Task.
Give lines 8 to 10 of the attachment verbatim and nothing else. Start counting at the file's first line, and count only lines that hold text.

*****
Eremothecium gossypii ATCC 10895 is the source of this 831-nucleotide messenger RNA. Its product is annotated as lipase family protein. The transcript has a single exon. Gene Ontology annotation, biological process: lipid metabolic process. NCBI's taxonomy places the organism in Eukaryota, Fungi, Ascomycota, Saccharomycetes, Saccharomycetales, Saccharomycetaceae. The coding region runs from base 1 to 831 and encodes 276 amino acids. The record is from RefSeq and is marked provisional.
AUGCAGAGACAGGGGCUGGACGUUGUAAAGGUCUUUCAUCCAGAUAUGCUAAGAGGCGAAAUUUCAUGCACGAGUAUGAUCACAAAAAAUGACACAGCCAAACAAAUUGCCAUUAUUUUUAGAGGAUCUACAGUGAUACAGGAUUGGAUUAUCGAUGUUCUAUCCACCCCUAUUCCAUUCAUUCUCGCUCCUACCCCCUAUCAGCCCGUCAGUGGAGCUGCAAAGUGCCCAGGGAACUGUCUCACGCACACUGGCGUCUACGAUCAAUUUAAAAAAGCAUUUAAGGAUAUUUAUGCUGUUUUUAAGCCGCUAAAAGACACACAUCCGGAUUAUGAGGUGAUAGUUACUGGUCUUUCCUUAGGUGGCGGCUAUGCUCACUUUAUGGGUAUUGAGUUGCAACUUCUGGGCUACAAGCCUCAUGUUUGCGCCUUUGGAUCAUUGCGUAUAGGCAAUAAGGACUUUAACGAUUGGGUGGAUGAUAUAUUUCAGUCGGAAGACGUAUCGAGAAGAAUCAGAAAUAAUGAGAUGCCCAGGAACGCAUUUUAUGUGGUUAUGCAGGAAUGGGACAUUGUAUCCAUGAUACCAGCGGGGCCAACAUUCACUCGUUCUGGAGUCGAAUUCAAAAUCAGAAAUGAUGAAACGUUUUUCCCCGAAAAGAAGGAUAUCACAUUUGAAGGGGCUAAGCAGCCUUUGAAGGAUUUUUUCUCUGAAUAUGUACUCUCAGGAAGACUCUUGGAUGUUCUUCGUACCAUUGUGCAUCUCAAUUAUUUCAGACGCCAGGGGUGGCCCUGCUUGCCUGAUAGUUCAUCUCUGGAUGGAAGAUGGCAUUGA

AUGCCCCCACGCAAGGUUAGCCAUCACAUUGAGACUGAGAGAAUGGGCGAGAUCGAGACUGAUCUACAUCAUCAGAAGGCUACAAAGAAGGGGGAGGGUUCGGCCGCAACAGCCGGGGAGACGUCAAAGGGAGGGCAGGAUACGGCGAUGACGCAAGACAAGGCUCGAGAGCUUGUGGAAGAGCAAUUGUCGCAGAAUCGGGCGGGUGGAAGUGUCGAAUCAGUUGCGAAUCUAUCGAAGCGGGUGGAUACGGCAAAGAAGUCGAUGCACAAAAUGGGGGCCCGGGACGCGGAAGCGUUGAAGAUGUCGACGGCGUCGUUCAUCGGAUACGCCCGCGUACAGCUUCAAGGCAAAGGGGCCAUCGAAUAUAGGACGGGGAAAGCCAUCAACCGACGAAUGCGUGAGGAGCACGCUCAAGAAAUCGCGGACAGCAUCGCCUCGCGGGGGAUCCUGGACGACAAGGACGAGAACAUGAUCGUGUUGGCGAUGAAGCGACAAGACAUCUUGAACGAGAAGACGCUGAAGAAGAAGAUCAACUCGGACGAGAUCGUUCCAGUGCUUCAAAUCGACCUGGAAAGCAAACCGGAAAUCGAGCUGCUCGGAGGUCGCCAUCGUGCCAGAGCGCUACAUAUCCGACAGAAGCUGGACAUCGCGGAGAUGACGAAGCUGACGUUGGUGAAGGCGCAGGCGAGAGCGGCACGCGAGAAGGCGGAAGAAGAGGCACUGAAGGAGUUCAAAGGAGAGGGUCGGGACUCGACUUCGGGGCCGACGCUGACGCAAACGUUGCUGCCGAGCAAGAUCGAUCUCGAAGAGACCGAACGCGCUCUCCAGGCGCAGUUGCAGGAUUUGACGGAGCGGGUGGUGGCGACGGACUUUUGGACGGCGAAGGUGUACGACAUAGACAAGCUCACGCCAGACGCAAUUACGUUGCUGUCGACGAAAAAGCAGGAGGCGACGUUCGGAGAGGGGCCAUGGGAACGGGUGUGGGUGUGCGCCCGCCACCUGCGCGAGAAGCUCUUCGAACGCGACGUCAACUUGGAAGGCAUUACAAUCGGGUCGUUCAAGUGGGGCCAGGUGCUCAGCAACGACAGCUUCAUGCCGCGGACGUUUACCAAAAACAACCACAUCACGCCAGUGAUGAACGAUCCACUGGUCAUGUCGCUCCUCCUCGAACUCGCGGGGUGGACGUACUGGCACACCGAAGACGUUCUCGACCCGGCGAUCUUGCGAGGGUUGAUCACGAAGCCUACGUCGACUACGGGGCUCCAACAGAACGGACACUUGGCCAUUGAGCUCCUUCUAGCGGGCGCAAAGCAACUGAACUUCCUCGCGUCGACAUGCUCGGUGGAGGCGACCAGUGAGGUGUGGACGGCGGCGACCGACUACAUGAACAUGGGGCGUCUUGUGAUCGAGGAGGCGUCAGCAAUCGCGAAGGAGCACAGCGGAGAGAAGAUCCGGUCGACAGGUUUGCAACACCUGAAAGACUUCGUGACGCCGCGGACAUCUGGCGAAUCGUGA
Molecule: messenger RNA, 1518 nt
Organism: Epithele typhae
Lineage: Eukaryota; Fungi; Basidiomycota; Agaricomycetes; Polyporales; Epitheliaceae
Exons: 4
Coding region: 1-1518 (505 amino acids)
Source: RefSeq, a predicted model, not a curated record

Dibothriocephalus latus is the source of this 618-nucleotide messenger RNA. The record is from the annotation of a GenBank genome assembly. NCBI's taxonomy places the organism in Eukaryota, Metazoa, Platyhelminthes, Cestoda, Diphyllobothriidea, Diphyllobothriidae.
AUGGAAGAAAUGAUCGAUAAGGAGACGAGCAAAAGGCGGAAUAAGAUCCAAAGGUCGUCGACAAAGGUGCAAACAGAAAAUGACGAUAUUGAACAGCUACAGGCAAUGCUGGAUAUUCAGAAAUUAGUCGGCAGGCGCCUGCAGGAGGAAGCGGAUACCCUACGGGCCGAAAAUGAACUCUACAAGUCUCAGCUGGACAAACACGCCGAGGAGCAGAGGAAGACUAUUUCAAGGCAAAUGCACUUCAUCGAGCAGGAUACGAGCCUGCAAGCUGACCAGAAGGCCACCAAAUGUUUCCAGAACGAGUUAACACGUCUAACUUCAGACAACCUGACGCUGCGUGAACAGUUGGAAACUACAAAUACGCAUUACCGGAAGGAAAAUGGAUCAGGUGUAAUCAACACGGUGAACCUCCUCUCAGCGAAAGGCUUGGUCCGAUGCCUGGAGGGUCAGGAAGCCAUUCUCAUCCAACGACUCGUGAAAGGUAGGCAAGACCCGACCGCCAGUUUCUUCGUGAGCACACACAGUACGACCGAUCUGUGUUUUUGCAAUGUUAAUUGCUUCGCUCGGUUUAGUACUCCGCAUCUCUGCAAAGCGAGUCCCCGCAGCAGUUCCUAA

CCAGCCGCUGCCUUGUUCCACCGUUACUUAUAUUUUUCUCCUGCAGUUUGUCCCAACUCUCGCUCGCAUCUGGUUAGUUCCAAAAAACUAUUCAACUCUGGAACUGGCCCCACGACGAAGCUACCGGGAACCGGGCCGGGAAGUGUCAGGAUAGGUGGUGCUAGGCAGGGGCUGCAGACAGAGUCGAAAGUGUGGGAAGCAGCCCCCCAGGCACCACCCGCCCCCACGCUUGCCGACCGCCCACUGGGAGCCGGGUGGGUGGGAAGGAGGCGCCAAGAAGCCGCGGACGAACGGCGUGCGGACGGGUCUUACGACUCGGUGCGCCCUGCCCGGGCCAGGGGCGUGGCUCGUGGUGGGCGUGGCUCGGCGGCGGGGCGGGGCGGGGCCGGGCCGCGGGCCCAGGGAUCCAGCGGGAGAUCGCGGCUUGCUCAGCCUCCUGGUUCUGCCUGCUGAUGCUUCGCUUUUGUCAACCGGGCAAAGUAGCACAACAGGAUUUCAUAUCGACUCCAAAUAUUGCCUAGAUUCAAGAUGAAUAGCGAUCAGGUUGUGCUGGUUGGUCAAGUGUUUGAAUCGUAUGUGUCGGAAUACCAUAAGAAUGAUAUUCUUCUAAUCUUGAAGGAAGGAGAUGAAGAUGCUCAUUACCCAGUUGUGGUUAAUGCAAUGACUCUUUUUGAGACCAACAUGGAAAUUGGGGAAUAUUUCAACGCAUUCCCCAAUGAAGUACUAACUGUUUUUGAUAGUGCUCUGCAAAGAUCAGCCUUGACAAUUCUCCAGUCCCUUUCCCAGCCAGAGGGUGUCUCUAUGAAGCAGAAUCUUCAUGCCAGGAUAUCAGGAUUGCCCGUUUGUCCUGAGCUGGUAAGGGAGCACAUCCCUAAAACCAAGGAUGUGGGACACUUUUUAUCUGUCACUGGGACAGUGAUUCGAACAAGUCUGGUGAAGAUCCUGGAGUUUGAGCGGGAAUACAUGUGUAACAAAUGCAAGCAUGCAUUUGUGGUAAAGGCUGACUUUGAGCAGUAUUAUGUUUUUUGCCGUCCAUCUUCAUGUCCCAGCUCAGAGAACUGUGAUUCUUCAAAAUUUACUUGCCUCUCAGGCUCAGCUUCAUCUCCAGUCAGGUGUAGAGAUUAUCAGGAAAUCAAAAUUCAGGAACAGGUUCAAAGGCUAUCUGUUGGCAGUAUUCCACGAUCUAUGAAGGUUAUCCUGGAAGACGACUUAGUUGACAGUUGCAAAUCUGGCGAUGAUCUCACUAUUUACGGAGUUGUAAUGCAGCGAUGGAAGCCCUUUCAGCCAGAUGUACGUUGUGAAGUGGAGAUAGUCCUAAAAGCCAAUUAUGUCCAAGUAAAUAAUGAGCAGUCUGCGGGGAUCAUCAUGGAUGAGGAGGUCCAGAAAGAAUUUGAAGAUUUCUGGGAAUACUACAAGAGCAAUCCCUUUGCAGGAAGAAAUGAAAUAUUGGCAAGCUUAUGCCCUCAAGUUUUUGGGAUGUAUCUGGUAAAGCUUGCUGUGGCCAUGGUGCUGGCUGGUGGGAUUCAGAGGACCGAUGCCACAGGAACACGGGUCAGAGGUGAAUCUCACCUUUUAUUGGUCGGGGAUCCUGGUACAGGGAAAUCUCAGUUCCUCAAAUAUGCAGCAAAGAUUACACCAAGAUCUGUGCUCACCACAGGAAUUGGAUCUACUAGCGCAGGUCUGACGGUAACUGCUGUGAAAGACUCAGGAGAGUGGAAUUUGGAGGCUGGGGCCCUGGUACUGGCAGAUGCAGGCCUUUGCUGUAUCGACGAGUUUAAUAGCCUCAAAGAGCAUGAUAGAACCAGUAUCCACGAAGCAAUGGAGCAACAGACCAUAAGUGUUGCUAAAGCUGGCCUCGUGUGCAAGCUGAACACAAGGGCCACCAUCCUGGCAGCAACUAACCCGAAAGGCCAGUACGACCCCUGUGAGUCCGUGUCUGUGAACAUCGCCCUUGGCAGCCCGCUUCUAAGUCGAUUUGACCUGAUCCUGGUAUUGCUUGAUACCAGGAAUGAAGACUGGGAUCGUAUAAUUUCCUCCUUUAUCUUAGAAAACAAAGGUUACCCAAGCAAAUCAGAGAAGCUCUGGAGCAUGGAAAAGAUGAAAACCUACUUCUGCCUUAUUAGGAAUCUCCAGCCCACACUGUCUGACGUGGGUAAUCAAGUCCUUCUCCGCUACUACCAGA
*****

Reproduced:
Coding region: 1-1518 (505 amino acids)
Source: RefSeq, a predicted model, not a curated record

Dibothriocephalus latus is the source of this 618-nucleotide messenger RNA. The record is from the annotation of a GenBank genome assembly. NCBI's taxonomy places the organism in Eukaryota, Metazoa, Platyhelminthes, Cestoda, Diphyllobothriidea, Diphyllobothriidae.